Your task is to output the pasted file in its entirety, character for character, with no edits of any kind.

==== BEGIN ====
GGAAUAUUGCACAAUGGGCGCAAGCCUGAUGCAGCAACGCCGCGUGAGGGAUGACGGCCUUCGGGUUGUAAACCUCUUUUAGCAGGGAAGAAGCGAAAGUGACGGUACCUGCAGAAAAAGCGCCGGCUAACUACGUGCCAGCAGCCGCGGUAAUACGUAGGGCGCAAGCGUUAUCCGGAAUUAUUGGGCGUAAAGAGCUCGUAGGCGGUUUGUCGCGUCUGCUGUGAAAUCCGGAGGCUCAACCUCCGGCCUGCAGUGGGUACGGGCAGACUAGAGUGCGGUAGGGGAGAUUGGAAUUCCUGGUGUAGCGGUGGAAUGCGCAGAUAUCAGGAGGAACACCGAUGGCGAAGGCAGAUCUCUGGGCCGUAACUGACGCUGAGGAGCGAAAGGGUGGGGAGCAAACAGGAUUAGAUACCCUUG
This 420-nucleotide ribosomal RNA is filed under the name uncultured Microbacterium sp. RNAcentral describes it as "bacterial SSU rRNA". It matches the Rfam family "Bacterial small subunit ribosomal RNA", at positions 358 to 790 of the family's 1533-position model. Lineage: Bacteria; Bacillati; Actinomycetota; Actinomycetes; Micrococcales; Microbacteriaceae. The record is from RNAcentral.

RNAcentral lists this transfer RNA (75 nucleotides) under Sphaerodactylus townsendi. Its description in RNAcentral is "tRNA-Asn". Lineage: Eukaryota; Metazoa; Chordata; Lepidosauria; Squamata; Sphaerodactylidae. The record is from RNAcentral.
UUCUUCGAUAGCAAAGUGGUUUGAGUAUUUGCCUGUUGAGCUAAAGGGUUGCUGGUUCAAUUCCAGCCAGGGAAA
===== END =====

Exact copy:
GGAAUAUUGCACAAUGGGCGCAAGCCUGAUGCAGCAACGCCGCGUGAGGGAUGACGGCCUUCGGGUUGUAAACCUCUUUUAGCAGGGAAGAAGCGAAAGUGACGGUACCUGCAGAAAAAGCGCCGGCUAACUACGUGCCAGCAGCCGCGGUAAUACGUAGGGCGCAAGCGUUAUCCGGAAUUAUUGGGCGUAAAGAGCUCGUAGGCGGUUUGUCGCGUCUGCUGUGAAAUCCGGAGGCUCAACCUCCGGCCUGCAGUGGGUACGGGCAGACUAGAGUGCGGUAGGGGAGAUUGGAAUUCCUGGUGUAGCGGUGGAAUGCGCAGAUAUCAGGAGGAACACCGAUGGCGAAGGCAGAUCUCUGGGCCGUAACUGACGCUGAGGAGCGAAAGGGUGGGGAGCAAACAGGAUUAGAUACCCUUG
This 420-nucleotide ribosomal RNA is filed under the name uncultured Microbacterium sp. RNAcentral describes it as "bacterial SSU rRNA". It matches the Rfam family "Bacterial small subunit ribosomal RNA", at positions 358 to 790 of the family's 1533-position model. Lineage: Bacteria; Bacillati; Actinomycetota; Actinomycetes; Micrococcales; Microbacteriaceae. The record is from RNAcentral.

RNAcentral lists this transfer RNA (75 nucleotides) under Sphaerodactylus townsendi. Its description in RNAcentral is "tRNA-Asn". Lineage: Eukaryota; Metazoa; Chordata; Lepidosauria; Squamata; Sphaerodactylidae. The record is from RNAcentral.
UUCUUCGAUAGCAAAGUGGUUUGAGUAUUUGCCUGUUGAGCUAAAGGGUUGCUGGUUCAAUUCCAGCCAGGGAAA